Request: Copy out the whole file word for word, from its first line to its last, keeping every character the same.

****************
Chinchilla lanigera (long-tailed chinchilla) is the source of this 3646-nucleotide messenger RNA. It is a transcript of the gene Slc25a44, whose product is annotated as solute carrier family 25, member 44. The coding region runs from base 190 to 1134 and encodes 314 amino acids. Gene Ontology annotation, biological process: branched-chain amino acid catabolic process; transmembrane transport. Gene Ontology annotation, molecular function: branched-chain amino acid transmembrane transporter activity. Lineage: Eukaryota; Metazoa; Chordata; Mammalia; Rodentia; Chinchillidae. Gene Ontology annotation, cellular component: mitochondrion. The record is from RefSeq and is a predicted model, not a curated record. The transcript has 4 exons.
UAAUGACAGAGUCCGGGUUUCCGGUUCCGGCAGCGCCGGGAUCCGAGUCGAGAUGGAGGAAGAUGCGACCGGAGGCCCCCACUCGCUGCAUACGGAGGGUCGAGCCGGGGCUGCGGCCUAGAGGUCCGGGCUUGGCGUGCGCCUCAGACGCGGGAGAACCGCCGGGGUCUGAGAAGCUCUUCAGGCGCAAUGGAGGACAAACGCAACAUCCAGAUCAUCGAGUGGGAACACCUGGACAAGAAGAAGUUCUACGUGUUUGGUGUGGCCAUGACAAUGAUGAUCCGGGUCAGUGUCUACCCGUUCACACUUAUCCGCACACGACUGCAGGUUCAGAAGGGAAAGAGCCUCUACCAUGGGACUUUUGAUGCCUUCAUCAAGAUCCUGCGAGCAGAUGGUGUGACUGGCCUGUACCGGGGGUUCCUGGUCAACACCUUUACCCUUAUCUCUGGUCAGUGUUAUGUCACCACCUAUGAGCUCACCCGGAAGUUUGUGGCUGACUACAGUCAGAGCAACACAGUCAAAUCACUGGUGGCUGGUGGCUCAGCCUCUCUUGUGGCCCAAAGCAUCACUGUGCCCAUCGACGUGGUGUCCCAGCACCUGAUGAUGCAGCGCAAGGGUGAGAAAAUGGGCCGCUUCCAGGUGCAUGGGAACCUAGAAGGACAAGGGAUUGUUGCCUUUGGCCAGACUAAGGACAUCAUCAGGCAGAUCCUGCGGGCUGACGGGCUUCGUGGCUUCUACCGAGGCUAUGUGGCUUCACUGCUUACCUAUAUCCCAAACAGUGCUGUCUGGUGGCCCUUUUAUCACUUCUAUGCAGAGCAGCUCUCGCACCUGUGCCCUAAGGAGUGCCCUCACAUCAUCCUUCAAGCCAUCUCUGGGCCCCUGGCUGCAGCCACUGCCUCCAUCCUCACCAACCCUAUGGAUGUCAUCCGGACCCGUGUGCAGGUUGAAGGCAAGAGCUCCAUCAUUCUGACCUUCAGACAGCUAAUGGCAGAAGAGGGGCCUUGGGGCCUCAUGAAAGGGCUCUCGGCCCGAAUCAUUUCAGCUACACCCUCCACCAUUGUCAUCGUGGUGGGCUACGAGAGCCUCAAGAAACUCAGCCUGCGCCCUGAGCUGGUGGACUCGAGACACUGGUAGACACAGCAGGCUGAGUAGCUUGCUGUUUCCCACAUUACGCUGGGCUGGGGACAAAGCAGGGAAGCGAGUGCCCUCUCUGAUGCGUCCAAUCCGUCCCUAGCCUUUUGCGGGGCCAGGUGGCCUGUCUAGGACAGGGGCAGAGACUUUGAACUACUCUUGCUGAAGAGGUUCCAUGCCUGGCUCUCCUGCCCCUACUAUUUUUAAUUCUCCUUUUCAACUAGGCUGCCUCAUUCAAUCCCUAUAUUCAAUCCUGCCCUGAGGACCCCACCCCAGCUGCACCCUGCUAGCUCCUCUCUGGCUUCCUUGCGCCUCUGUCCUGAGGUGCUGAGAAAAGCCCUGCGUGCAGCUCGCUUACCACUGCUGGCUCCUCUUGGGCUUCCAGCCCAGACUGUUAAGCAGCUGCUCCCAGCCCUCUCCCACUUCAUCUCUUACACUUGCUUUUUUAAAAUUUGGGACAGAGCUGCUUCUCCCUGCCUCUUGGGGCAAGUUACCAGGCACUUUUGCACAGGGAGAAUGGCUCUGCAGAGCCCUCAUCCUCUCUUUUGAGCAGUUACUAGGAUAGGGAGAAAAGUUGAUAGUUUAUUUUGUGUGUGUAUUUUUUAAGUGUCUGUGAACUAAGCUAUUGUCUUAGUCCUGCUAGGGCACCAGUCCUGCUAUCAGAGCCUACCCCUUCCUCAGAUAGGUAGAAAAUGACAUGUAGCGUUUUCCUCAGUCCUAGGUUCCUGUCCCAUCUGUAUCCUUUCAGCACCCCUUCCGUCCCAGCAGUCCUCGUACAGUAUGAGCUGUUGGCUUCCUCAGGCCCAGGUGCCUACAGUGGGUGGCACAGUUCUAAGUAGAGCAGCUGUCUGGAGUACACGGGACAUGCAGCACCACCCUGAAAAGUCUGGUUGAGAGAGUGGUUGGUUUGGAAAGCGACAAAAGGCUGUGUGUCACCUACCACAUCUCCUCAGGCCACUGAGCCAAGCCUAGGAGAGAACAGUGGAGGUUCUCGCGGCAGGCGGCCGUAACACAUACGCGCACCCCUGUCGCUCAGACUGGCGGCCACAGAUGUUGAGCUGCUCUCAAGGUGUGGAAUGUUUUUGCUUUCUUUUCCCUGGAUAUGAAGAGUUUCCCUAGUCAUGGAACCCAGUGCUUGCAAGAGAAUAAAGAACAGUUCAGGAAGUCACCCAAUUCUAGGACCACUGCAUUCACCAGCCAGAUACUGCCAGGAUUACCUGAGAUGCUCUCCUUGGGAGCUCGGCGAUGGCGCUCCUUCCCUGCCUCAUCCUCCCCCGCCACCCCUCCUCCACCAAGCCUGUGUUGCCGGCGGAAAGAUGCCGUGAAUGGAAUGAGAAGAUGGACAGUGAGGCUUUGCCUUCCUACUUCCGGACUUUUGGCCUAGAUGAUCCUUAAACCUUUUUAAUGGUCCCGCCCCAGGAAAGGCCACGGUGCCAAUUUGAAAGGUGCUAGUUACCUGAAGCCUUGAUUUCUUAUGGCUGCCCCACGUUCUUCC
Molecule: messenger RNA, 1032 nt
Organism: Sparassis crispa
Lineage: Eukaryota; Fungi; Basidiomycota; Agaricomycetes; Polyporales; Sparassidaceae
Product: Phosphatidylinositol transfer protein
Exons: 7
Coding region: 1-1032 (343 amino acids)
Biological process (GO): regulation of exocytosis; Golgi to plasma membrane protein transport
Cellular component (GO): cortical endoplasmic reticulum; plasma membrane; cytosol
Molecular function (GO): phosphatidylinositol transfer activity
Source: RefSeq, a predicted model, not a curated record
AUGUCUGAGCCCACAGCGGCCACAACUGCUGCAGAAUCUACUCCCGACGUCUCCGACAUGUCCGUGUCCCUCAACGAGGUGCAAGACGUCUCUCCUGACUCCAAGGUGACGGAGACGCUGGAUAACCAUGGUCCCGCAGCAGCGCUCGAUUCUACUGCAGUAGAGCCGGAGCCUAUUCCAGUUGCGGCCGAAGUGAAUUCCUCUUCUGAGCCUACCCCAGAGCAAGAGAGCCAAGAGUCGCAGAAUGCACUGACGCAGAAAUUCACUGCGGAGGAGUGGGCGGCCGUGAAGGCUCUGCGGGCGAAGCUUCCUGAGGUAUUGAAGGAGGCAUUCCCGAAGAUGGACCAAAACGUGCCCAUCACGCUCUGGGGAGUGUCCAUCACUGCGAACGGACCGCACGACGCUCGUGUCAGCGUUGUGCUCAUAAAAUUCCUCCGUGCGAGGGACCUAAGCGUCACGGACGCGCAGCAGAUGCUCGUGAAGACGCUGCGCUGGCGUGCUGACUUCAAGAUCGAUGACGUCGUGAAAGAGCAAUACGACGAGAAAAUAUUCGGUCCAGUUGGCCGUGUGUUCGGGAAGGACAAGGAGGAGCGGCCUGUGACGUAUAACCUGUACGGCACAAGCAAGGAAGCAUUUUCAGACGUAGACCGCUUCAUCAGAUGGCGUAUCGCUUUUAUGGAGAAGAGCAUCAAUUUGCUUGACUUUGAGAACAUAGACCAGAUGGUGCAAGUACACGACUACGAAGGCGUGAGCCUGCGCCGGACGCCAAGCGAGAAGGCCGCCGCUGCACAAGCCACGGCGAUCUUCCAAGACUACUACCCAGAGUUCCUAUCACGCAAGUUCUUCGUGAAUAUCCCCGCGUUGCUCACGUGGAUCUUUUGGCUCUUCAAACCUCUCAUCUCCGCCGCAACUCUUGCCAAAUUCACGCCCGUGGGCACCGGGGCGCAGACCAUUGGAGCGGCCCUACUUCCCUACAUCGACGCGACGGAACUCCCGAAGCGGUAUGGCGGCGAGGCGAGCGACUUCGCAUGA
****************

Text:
Chinchilla lanigera (long-tailed chinchilla) is the source of this 3646-nucleotide messenger RNA. It is a transcript of the gene Slc25a44, whose product is annotated as solute carrier family 25, member 44. The coding region runs from base 190 to 1134 and encodes 314 amino acids. Gene Ontology annotation, biological process: branched-chain amino acid catabolic process; transmembrane transport. Gene Ontology annotation, molecular function: branched-chain amino acid transmembrane transporter activity. Lineage: Eukaryota; Metazoa; Chordata; Mammalia; Rodentia; Chinchillidae. Gene Ontology annotation, cellular component: mitochondrion. The record is from RefSeq and is a predicted model, not a curated record. The transcript has 4 exons.
UAAUGACAGAGUCCGGGUUUCCGGUUCCGGCAGCGCCGGGAUCCGAGUCGAGAUGGAGGAAGAUGCGACCGGAGGCCCCCACUCGCUGCAUACGGAGGGUCGAGCCGGGGCUGCGGCCUAGAGGUCCGGGCUUGGCGUGCGCCUCAGACGCGGGAGAACCGCCGGGGUCUGAGAAGCUCUUCAGGCGCAAUGGAGGACAAACGCAACAUCCAGAUCAUCGAGUGGGAACACCUGGACAAGAAGAAGUUCUACGUGUUUGGUGUGGCCAUGACAAUGAUGAUCCGGGUCAGUGUCUACCCGUUCACACUUAUCCGCACACGACUGCAGGUUCAGAAGGGAAAGAGCCUCUACCAUGGGACUUUUGAUGCCUUCAUCAAGAUCCUGCGAGCAGAUGGUGUGACUGGCCUGUACCGGGGGUUCCUGGUCAACACCUUUACCCUUAUCUCUGGUCAGUGUUAUGUCACCACCUAUGAGCUCACCCGGAAGUUUGUGGCUGACUACAGUCAGAGCAACACAGUCAAAUCACUGGUGGCUGGUGGCUCAGCCUCUCUUGUGGCCCAAAGCAUCACUGUGCCCAUCGACGUGGUGUCCCAGCACCUGAUGAUGCAGCGCAAGGGUGAGAAAAUGGGCCGCUUCCAGGUGCAUGGGAACCUAGAAGGACAAGGGAUUGUUGCCUUUGGCCAGACUAAGGACAUCAUCAGGCAGAUCCUGCGGGCUGACGGGCUUCGUGGCUUCUACCGAGGCUAUGUGGCUUCACUGCUUACCUAUAUCCCAAACAGUGCUGUCUGGUGGCCCUUUUAUCACUUCUAUGCAGAGCAGCUCUCGCACCUGUGCCCUAAGGAGUGCCCUCACAUCAUCCUUCAAGCCAUCUCUGGGCCCCUGGCUGCAGCCACUGCCUCCAUCCUCACCAACCCUAUGGAUGUCAUCCGGACCCGUGUGCAGGUUGAAGGCAAGAGCUCCAUCAUUCUGACCUUCAGACAGCUAAUGGCAGAAGAGGGGCCUUGGGGCCUCAUGAAAGGGCUCUCGGCCCGAAUCAUUUCAGCUACACCCUCCACCAUUGUCAUCGUGGUGGGCUACGAGAGCCUCAAGAAACUCAGCCUGCGCCCUGAGCUGGUGGACUCGAGACACUGGUAGACACAGCAGGCUGAGUAGCUUGCUGUUUCCCACAUUACGCUGGGCUGGGGACAAAGCAGGGAAGCGAGUGCCCUCUCUGAUGCGUCCAAUCCGUCCCUAGCCUUUUGCGGGGCCAGGUGGCCUGUCUAGGACAGGGGCAGAGACUUUGAACUACUCUUGCUGAAGAGGUUCCAUGCCUGGCUCUCCUGCCCCUACUAUUUUUAAUUCUCCUUUUCAACUAGGCUGCCUCAUUCAAUCCCUAUAUUCAAUCCUGCCCUGAGGACCCCACCCCAGCUGCACCCUGCUAGCUCCUCUCUGGCUUCCUUGCGCCUCUGUCCUGAGGUGCUGAGAAAAGCCCUGCGUGCAGCUCGCUUACCACUGCUGGCUCCUCUUGGGCUUCCAGCCCAGACUGUUAAGCAGCUGCUCCCAGCCCUCUCCCACUUCAUCUCUUACACUUGCUUUUUUAAAAUUUGGGACAGAGCUGCUUCUCCCUGCCUCUUGGGGCAAGUUACCAGGCACUUUUGCACAGGGAGAAUGGCUCUGCAGAGCCCUCAUCCUCUCUUUUGAGCAGUUACUAGGAUAGGGAGAAAAGUUGAUAGUUUAUUUUGUGUGUGUAUUUUUUAAGUGUCUGUGAACUAAGCUAUUGUCUUAGUCCUGCUAGGGCACCAGUCCUGCUAUCAGAGCCUACCCCUUCCUCAGAUAGGUAGAAAAUGACAUGUAGCGUUUUCCUCAGUCCUAGGUUCCUGUCCCAUCUGUAUCCUUUCAGCACCCCUUCCGUCCCAGCAGUCCUCGUACAGUAUGAGCUGUUGGCUUCCUCAGGCCCAGGUGCCUACAGUGGGUGGCACAGUUCUAAGUAGAGCAGCUGUCUGGAGUACACGGGACAUGCAGCACCACCCUGAAAAGUCUGGUUGAGAGAGUGGUUGGUUUGGAAAGCGACAAAAGGCUGUGUGUCACCUACCACAUCUCCUCAGGCCACUGAGCCAAGCCUAGGAGAGAACAGUGGAGGUUCUCGCGGCAGGCGGCCGUAACACAUACGCGCACCCCUGUCGCUCAGACUGGCGGCCACAGAUGUUGAGCUGCUCUCAAGGUGUGGAAUGUUUUUGCUUUCUUUUCCCUGGAUAUGAAGAGUUUCCCUAGUCAUGGAACCCAGUGCUUGCAAGAGAAUAAAGAACAGUUCAGGAAGUCACCCAAUUCUAGGACCACUGCAUUCACCAGCCAGAUACUGCCAGGAUUACCUGAGAUGCUCUCCUUGGGAGCUCGGCGAUGGCGCUCCUUCCCUGCCUCAUCCUCCCCCGCCACCCCUCCUCCACCAAGCCUGUGUUGCCGGCGGAAAGAUGCCGUGAAUGGAAUGAGAAGAUGGACAGUGAGGCUUUGCCUUCCUACUUCCGGACUUUUGGCCUAGAUGAUCCUUAAACCUUUUUAAUGGUCCCGCCCCAGGAAAGGCCACGGUGCCAAUUUGAAAGGUGCUAGUUACCUGAAGCCUUGAUUUCUUAUGGCUGCCCCACGUUCUUCC
Molecule: messenger RNA, 1032 nt
Organism: Sparassis crispa
Lineage: Eukaryota; Fungi; Basidiomycota; Agaricomycetes; Polyporales; Sparassidaceae
Product: Phosphatidylinositol transfer protein
Exons: 7
Coding region: 1-1032 (343 amino acids)
Biological process (GO): regulation of exocytosis; Golgi to plasma membrane protein transport
Cellular component (GO): cortical endoplasmic reticulum; plasma membrane; cytosol
Molecular function (GO): phosphatidylinositol transfer activity
Source: RefSeq, a predicted model, not a curated record
AUGUCUGAGCCCACAGCGGCCACAACUGCUGCAGAAUCUACUCCCGACGUCUCCGACAUGUCCGUGUCCCUCAACGAGGUGCAAGACGUCUCUCCUGACUCCAAGGUGACGGAGACGCUGGAUAACCAUGGUCCCGCAGCAGCGCUCGAUUCUACUGCAGUAGAGCCGGAGCCUAUUCCAGUUGCGGCCGAAGUGAAUUCCUCUUCUGAGCCUACCCCAGAGCAAGAGAGCCAAGAGUCGCAGAAUGCACUGACGCAGAAAUUCACUGCGGAGGAGUGGGCGGCCGUGAAGGCUCUGCGGGCGAAGCUUCCUGAGGUAUUGAAGGAGGCAUUCCCGAAGAUGGACCAAAACGUGCCCAUCACGCUCUGGGGAGUGUCCAUCACUGCGAACGGACCGCACGACGCUCGUGUCAGCGUUGUGCUCAUAAAAUUCCUCCGUGCGAGGGACCUAAGCGUCACGGACGCGCAGCAGAUGCUCGUGAAGACGCUGCGCUGGCGUGCUGACUUCAAGAUCGAUGACGUCGUGAAAGAGCAAUACGACGAGAAAAUAUUCGGUCCAGUUGGCCGUGUGUUCGGGAAGGACAAGGAGGAGCGGCCUGUGACGUAUAACCUGUACGGCACAAGCAAGGAAGCAUUUUCAGACGUAGACCGCUUCAUCAGAUGGCGUAUCGCUUUUAUGGAGAAGAGCAUCAAUUUGCUUGACUUUGAGAACAUAGACCAGAUGGUGCAAGUACACGACUACGAAGGCGUGAGCCUGCGCCGGACGCCAAGCGAGAAGGCCGCCGCUGCACAAGCCACGGCGAUCUUCCAAGACUACUACCCAGAGUUCCUAUCACGCAAGUUCUUCGUGAAUAUCCCCGCGUUGCUCACGUGGAUCUUUUGGCUCUUCAAACCUCUCAUCUCCGCCGCAACUCUUGCCAAAUUCACGCCCGUGGGCACCGGGGCGCAGACCAUUGGAGCGGCCCUACUUCCCUACAUCGACGCGACGGAACUCCCGAAGCGGUAUGGCGGCGAGGCGAGCGACUUCGCAUGA